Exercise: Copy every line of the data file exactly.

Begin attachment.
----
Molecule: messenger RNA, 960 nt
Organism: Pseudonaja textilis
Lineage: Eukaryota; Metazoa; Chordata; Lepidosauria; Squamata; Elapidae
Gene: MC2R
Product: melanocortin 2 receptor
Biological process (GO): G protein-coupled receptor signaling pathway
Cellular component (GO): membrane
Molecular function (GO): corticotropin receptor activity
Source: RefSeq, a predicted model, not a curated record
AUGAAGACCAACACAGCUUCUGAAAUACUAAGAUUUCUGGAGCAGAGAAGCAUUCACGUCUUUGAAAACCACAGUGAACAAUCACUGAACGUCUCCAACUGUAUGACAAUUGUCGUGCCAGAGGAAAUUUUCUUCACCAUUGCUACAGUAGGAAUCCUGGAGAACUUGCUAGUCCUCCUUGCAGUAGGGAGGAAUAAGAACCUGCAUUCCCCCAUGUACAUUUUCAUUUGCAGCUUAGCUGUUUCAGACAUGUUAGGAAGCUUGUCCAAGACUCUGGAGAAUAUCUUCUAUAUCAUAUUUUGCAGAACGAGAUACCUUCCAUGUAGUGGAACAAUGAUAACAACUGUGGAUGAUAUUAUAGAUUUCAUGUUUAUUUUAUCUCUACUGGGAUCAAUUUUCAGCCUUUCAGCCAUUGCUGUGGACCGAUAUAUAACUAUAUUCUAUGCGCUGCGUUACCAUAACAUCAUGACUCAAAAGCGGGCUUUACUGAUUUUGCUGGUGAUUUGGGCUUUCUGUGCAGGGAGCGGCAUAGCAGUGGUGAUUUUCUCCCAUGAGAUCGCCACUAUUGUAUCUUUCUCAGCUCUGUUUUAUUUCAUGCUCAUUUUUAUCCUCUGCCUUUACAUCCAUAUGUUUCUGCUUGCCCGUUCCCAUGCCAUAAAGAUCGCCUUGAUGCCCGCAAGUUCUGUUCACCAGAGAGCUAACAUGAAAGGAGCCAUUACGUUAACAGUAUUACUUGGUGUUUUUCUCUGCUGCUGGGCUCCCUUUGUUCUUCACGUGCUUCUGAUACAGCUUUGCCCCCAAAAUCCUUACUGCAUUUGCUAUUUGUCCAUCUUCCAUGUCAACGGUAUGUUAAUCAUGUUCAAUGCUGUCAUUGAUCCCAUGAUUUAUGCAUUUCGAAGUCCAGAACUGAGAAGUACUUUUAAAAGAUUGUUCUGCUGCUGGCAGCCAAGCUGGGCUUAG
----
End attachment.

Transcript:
Molecule: messenger RNA, 960 nt
Organism: Pseudonaja textilis
Lineage: Eukaryota; Metazoa; Chordata; Lepidosauria; Squamata; Elapidae
Gene: MC2R
Product: melanocortin 2 receptor
Biological process (GO): G protein-coupled receptor signaling pathway
Cellular component (GO): membrane
Molecular function (GO): corticotropin receptor activity
Source: RefSeq, a predicted model, not a curated record
AUGAAGACCAACACAGCUUCUGAAAUACUAAGAUUUCUGGAGCAGAGAAGCAUUCACGUCUUUGAAAACCACAGUGAACAAUCACUGAACGUCUCCAACUGUAUGACAAUUGUCGUGCCAGAGGAAAUUUUCUUCACCAUUGCUACAGUAGGAAUCCUGGAGAACUUGCUAGUCCUCCUUGCAGUAGGGAGGAAUAAGAACCUGCAUUCCCCCAUGUACAUUUUCAUUUGCAGCUUAGCUGUUUCAGACAUGUUAGGAAGCUUGUCCAAGACUCUGGAGAAUAUCUUCUAUAUCAUAUUUUGCAGAACGAGAUACCUUCCAUGUAGUGGAACAAUGAUAACAACUGUGGAUGAUAUUAUAGAUUUCAUGUUUAUUUUAUCUCUACUGGGAUCAAUUUUCAGCCUUUCAGCCAUUGCUGUGGACCGAUAUAUAACUAUAUUCUAUGCGCUGCGUUACCAUAACAUCAUGACUCAAAAGCGGGCUUUACUGAUUUUGCUGGUGAUUUGGGCUUUCUGUGCAGGGAGCGGCAUAGCAGUGGUGAUUUUCUCCCAUGAGAUCGCCACUAUUGUAUCUUUCUCAGCUCUGUUUUAUUUCAUGCUCAUUUUUAUCCUCUGCCUUUACAUCCAUAUGUUUCUGCUUGCCCGUUCCCAUGCCAUAAAGAUCGCCUUGAUGCCCGCAAGUUCUGUUCACCAGAGAGCUAACAUGAAAGGAGCCAUUACGUUAACAGUAUUACUUGGUGUUUUUCUCUGCUGCUGGGCUCCCUUUGUUCUUCACGUGCUUCUGAUACAGCUUUGCCCCCAAAAUCCUUACUGCAUUUGCUAUUUGUCCAUCUUCCAUGUCAACGGUAUGUUAAUCAUGUUCAAUGCUGUCAUUGAUCCCAUGAUUUAUGCAUUUCGAAGUCCAGAACUGAGAAGUACUUUUAAAAGAUUGUUCUGCUGCUGGCAGCCAAGCUGGGCUUAG